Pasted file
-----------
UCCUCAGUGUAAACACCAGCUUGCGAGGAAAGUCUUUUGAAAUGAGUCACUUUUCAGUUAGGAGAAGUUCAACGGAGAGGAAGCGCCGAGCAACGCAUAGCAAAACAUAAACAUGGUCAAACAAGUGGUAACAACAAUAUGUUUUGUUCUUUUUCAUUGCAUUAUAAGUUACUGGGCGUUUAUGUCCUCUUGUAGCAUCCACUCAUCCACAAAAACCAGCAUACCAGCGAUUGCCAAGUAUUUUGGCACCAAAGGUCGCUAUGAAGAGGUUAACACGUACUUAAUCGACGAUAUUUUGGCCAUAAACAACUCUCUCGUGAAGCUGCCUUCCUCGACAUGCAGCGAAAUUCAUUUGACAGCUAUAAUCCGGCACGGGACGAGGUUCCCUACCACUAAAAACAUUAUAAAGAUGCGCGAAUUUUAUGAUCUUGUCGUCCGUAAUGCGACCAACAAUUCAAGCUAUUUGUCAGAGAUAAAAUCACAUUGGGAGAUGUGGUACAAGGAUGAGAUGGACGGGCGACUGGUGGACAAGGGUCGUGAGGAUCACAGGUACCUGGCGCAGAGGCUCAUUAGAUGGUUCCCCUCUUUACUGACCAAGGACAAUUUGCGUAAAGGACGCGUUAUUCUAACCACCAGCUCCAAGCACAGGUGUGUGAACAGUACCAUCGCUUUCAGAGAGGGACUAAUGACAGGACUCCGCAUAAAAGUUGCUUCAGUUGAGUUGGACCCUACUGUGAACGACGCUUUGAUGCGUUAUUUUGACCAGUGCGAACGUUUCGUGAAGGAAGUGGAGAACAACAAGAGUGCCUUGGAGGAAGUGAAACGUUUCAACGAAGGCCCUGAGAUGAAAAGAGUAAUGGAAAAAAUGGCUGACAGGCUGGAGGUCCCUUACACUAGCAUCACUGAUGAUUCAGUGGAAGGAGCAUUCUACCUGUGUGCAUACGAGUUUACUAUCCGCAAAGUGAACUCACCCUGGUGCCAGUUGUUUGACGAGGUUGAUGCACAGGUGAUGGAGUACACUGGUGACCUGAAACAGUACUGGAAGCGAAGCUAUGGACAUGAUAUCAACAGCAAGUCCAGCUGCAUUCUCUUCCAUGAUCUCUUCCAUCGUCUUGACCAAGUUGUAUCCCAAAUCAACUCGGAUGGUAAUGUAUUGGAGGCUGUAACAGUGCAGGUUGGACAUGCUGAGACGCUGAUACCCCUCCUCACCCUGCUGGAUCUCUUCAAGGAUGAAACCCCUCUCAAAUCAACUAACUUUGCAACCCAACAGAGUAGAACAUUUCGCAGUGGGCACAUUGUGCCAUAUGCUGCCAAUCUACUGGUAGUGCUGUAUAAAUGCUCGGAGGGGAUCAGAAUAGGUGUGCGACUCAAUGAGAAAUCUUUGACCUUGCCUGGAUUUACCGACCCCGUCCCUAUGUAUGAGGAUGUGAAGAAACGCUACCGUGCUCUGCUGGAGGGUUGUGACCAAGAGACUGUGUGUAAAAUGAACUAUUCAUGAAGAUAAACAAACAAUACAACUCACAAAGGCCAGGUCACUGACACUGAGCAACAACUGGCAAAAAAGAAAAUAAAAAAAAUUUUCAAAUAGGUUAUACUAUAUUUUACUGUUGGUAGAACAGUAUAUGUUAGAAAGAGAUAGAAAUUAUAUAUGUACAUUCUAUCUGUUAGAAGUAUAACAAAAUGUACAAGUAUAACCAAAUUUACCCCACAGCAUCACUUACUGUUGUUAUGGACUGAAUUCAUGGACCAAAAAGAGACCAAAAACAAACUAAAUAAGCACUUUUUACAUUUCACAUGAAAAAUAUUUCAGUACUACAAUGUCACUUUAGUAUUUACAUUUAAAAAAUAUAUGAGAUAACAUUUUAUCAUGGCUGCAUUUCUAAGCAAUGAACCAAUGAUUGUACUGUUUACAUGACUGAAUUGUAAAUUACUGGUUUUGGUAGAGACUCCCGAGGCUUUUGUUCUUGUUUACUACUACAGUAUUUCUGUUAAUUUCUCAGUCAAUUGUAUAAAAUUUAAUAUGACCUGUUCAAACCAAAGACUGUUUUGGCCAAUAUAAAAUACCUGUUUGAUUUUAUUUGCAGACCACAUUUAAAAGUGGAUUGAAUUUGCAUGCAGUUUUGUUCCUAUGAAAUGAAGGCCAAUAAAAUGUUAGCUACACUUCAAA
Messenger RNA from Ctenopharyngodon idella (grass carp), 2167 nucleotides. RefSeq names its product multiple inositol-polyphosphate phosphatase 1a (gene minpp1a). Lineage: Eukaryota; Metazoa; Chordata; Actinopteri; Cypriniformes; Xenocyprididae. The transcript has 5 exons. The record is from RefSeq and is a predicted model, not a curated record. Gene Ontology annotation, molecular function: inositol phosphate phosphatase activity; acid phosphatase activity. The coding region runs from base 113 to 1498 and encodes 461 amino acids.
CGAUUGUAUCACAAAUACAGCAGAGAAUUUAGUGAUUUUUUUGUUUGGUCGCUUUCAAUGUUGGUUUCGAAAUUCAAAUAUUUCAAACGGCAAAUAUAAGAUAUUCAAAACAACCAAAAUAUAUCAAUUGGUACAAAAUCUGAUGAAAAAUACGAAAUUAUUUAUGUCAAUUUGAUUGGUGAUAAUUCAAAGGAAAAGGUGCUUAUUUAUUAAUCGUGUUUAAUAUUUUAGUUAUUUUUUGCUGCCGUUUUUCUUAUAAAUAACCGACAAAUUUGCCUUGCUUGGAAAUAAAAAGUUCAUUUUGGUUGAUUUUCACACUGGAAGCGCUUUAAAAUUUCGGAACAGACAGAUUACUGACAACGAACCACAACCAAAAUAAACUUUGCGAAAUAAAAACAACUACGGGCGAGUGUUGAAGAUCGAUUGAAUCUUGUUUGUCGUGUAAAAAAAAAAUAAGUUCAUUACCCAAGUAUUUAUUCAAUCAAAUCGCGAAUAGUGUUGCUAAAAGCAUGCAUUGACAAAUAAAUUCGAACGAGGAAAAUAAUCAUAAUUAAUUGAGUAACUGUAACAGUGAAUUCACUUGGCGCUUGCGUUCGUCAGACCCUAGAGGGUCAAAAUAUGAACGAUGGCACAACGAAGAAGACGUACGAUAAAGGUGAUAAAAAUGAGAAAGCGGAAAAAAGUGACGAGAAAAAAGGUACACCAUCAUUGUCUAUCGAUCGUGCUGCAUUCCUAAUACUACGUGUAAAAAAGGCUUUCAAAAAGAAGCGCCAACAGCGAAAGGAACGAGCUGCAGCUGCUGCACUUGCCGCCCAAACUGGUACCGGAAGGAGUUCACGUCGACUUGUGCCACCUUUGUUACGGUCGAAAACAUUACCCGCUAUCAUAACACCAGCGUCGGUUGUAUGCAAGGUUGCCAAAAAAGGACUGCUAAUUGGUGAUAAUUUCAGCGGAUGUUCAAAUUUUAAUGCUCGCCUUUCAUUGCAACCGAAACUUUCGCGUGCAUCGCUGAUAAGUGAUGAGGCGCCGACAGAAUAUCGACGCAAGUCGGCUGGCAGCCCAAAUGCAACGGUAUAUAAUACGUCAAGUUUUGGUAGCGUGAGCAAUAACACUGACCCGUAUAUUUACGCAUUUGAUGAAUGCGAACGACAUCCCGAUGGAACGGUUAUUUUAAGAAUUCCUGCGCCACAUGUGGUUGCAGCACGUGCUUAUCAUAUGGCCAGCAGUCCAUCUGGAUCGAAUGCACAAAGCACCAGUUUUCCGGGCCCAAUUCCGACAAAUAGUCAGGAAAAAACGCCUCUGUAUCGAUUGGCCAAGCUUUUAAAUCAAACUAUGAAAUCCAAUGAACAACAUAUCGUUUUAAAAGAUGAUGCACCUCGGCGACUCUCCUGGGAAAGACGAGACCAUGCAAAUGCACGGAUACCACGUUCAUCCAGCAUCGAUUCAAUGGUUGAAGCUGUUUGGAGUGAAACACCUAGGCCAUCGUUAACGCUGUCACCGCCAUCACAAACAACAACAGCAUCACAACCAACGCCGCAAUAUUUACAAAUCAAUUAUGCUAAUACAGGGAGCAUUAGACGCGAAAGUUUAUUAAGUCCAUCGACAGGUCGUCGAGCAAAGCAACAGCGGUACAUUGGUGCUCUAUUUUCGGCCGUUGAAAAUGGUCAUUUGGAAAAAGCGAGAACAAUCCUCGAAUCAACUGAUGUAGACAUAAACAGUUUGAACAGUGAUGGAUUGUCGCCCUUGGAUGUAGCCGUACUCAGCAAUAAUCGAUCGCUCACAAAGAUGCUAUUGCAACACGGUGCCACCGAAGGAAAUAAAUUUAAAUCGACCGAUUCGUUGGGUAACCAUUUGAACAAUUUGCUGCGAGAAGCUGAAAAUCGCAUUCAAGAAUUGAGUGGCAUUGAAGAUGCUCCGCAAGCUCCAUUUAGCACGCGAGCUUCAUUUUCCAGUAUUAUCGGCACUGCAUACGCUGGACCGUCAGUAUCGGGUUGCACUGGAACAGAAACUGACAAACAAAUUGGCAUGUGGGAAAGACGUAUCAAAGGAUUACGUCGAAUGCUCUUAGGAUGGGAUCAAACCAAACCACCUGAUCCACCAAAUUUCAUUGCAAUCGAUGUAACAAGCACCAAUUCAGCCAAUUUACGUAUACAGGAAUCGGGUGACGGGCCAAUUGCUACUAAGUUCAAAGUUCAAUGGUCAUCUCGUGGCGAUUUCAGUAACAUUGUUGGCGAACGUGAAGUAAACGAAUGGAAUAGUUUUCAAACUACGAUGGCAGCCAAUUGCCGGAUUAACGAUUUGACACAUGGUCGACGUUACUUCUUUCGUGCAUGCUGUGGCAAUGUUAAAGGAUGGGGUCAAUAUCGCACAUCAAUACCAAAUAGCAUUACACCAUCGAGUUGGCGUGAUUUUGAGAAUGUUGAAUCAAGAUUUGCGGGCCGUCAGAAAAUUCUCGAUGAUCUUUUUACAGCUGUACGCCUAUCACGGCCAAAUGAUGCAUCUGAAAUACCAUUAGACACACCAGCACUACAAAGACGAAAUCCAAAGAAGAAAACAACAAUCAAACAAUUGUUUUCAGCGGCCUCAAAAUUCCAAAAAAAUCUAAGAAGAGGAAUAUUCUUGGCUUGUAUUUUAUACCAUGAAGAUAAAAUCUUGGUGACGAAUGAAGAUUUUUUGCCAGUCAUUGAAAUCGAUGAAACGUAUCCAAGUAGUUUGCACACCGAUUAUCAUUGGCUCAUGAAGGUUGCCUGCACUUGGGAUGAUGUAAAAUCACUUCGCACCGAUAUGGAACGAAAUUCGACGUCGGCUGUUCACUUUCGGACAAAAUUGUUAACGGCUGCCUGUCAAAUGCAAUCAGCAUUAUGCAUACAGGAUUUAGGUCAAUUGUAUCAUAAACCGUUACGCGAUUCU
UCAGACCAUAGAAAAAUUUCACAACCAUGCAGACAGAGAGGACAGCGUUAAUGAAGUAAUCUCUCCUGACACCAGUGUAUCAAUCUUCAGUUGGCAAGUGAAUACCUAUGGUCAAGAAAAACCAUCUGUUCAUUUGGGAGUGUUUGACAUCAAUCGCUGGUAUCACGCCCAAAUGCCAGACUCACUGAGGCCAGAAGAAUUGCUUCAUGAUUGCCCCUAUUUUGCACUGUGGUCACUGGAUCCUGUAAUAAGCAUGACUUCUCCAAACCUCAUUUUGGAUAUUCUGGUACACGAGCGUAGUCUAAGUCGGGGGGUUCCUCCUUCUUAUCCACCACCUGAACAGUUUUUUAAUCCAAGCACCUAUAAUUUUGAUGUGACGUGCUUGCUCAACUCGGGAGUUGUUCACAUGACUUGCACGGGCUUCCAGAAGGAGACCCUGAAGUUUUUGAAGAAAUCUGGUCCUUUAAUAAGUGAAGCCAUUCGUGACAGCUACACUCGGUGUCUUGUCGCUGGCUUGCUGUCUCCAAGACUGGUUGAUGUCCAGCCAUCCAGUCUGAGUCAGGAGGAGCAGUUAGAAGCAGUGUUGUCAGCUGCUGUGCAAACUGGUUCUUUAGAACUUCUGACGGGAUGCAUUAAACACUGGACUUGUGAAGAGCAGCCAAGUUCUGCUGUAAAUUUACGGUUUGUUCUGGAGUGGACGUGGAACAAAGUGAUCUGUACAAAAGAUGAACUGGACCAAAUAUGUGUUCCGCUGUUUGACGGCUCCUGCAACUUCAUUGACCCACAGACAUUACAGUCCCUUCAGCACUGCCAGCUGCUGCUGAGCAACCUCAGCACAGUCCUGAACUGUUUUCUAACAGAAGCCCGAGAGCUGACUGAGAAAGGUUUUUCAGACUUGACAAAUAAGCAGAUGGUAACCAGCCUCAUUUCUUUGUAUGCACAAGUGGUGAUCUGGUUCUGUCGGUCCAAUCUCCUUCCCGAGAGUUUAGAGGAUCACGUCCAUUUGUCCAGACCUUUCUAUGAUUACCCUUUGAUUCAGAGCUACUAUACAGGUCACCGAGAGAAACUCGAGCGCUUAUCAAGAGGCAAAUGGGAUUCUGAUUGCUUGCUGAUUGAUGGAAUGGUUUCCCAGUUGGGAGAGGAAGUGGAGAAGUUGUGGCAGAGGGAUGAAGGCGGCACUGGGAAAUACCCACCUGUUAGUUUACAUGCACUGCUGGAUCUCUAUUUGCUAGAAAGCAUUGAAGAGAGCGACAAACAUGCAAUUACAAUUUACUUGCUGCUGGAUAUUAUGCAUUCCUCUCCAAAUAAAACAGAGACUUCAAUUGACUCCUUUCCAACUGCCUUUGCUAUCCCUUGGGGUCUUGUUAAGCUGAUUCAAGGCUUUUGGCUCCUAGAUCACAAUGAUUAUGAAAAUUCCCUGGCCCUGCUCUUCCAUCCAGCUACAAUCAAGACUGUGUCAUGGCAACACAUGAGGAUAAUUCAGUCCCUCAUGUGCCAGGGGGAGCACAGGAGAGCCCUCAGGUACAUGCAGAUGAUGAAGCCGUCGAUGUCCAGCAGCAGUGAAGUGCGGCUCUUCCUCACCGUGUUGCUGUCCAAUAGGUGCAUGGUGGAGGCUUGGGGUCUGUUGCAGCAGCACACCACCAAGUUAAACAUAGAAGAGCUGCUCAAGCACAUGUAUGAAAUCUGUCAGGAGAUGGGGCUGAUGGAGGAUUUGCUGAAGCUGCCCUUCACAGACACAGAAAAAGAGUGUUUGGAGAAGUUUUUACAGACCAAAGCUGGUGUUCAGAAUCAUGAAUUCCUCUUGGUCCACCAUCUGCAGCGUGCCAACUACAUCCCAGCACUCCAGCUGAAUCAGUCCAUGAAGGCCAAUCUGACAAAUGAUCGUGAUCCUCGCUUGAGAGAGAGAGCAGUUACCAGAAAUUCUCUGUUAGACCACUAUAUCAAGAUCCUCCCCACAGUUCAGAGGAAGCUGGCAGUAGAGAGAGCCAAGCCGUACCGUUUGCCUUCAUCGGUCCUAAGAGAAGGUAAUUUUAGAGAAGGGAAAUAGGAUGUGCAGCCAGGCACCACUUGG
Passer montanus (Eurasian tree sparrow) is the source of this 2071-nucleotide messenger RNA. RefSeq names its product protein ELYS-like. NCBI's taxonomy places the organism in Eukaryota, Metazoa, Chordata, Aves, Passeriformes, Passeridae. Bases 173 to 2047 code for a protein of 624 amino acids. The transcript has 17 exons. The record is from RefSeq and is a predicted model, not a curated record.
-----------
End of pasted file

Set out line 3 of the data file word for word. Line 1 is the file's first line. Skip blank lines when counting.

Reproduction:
CGAUUGUAUCACAAAUACAGCAGAGAAUUUAGUGAUUUUUUUGUUUGGUCGCUUUCAAUGUUGGUUUCGAAAUUCAAAUAUUUCAAACGGCAAAUAUAAGAUAUUCAAAACAACCAAAAUAUAUCAAUUGGUACAAAAUCUGAUGAAAAAUACGAAAUUAUUUAUGUCAAUUUGAUUGGUGAUAAUUCAAAGGAAAAGGUGCUUAUUUAUUAAUCGUGUUUAAUAUUUUAGUUAUUUUUUGCUGCCGUUUUUCUUAUAAAUAACCGACAAAUUUGCCUUGCUUGGAAAUAAAAAGUUCAUUUUGGUUGAUUUUCACACUGGAAGCGCUUUAAAAUUUCGGAACAGACAGAUUACUGACAACGAACCACAACCAAAAUAAACUUUGCGAAAUAAAAACAACUACGGGCGAGUGUUGAAGAUCGAUUGAAUCUUGUUUGUCGUGUAAAAAAAAAAUAAGUUCAUUACCCAAGUAUUUAUUCAAUCAAAUCGCGAAUAGUGUUGCUAAAAGCAUGCAUUGACAAAUAAAUUCGAACGAGGAAAAUAAUCAUAAUUAAUUGAGUAACUGUAACAGUGAAUUCACUUGGCGCUUGCGUUCGUCAGACCCUAGAGGGUCAAAAUAUGAACGAUGGCACAACGAAGAAGACGUACGAUAAAGGUGAUAAAAAUGAGAAAGCGGAAAAAAGUGACGAGAAAAAAGGUACACCAUCAUUGUCUAUCGAUCGUGCUGCAUUCCUAAUACUACGUGUAAAAAAGGCUUUCAAAAAGAAGCGCCAACAGCGAAAGGAACGAGCUGCAGCUGCUGCACUUGCCGCCCAAACUGGUACCGGAAGGAGUUCACGUCGACUUGUGCCACCUUUGUUACGGUCGAAAACAUUACCCGCUAUCAUAACACCAGCGUCGGUUGUAUGCAAGGUUGCCAAAAAAGGACUGCUAAUUGGUGAUAAUUUCAGCGGAUGUUCAAAUUUUAAUGCUCGCCUUUCAUUGCAACCGAAACUUUCGCGUGCAUCGCUGAUAAGUGAUGAGGCGCCGACAGAAUAUCGACGCAAGUCGGCUGGCAGCCCAAAUGCAACGGUAUAUAAUACGUCAAGUUUUGGUAGCGUGAGCAAUAACACUGACCCGUAUAUUUACGCAUUUGAUGAAUGCGAACGACAUCCCGAUGGAACGGUUAUUUUAAGAAUUCCUGCGCCACAUGUGGUUGCAGCACGUGCUUAUCAUAUGGCCAGCAGUCCAUCUGGAUCGAAUGCACAAAGCACCAGUUUUCCGGGCCCAAUUCCGACAAAUAGUCAGGAAAAAACGCCUCUGUAUCGAUUGGCCAAGCUUUUAAAUCAAACUAUGAAAUCCAAUGAACAACAUAUCGUUUUAAAAGAUGAUGCACCUCGGCGACUCUCCUGGGAAAGACGAGACCAUGCAAAUGCACGGAUACCACGUUCAUCCAGCAUCGAUUCAAUGGUUGAAGCUGUUUGGAGUGAAACACCUAGGCCAUCGUUAACGCUGUCACCGCCAUCACAAACAACAACAGCAUCACAACCAACGCCGCAAUAUUUACAAAUCAAUUAUGCUAAUACAGGGAGCAUUAGACGCGAAAGUUUAUUAAGUCCAUCGACAGGUCGUCGAGCAAAGCAACAGCGGUACAUUGGUGCUCUAUUUUCGGCCGUUGAAAAUGGUCAUUUGGAAAAAGCGAGAACAAUCCUCGAAUCAACUGAUGUAGACAUAAACAGUUUGAACAGUGAUGGAUUGUCGCCCUUGGAUGUAGCCGUACUCAGCAAUAAUCGAUCGCUCACAAAGAUGCUAUUGCAACACGGUGCCACCGAAGGAAAUAAAUUUAAAUCGACCGAUUCGUUGGGUAACCAUUUGAACAAUUUGCUGCGAGAAGCUGAAAAUCGCAUUCAAGAAUUGAGUGGCAUUGAAGAUGCUCCGCAAGCUCCAUUUAGCACGCGAGCUUCAUUUUCCAGUAUUAUCGGCACUGCAUACGCUGGACCGUCAGUAUCGGGUUGCACUGGAACAGAAACUGACAAACAAAUUGGCAUGUGGGAAAGACGUAUCAAAGGAUUACGUCGAAUGCUCUUAGGAUGGGAUCAAACCAAACCACCUGAUCCACCAAAUUUCAUUGCAAUCGAUGUAACAAGCACCAAUUCAGCCAAUUUACGUAUACAGGAAUCGGGUGACGGGCCAAUUGCUACUAAGUUCAAAGUUCAAUGGUCAUCUCGUGGCGAUUUCAGUAACAUUGUUGGCGAACGUGAAGUAAACGAAUGGAAUAGUUUUCAAACUACGAUGGCAGCCAAUUGCCGGAUUAACGAUUUGACACAUGGUCGACGUUACUUCUUUCGUGCAUGCUGUGGCAAUGUUAAAGGAUGGGGUCAAUAUCGCACAUCAAUACCAAAUAGCAUUACACCAUCGAGUUGGCGUGAUUUUGAGAAUGUUGAAUCAAGAUUUGCGGGCCGUCAGAAAAUUCUCGAUGAUCUUUUUACAGCUGUACGCCUAUCACGGCCAAAUGAUGCAUCUGAAAUACCAUUAGACACACCAGCACUACAAAGACGAAAUCCAAAGAAGAAAACAACAAUCAAACAAUUGUUUUCAGCGGCCUCAAAAUUCCAAAAAAAUCUAAGAAGAGGAAUAUUCUUGGCUUGUAUUUUAUACCAUGAAGAUAAAAUCUUGGUGACGAAUGAAGAUUUUUUGCCAGUCAUUGAAAUCGAUGAAACGUAUCCAAGUAGUUUGCACACCGAUUAUCAUUGGCUCAUGAAGGUUGCCUGCACUUGGGAUGAUGUAAAAUCACUUCGCACCGAUAUGGAACGAAAUUCGACGUCGGCUGUUCACUUUCGGACAAAAUUGUUAACGGCUGCCUGUCAAAUGCAAUCAGCAUUAUGCAUACAGGAUUUAGGUCAAUUGUAUCAUAAACCGUUACGCGAUUCU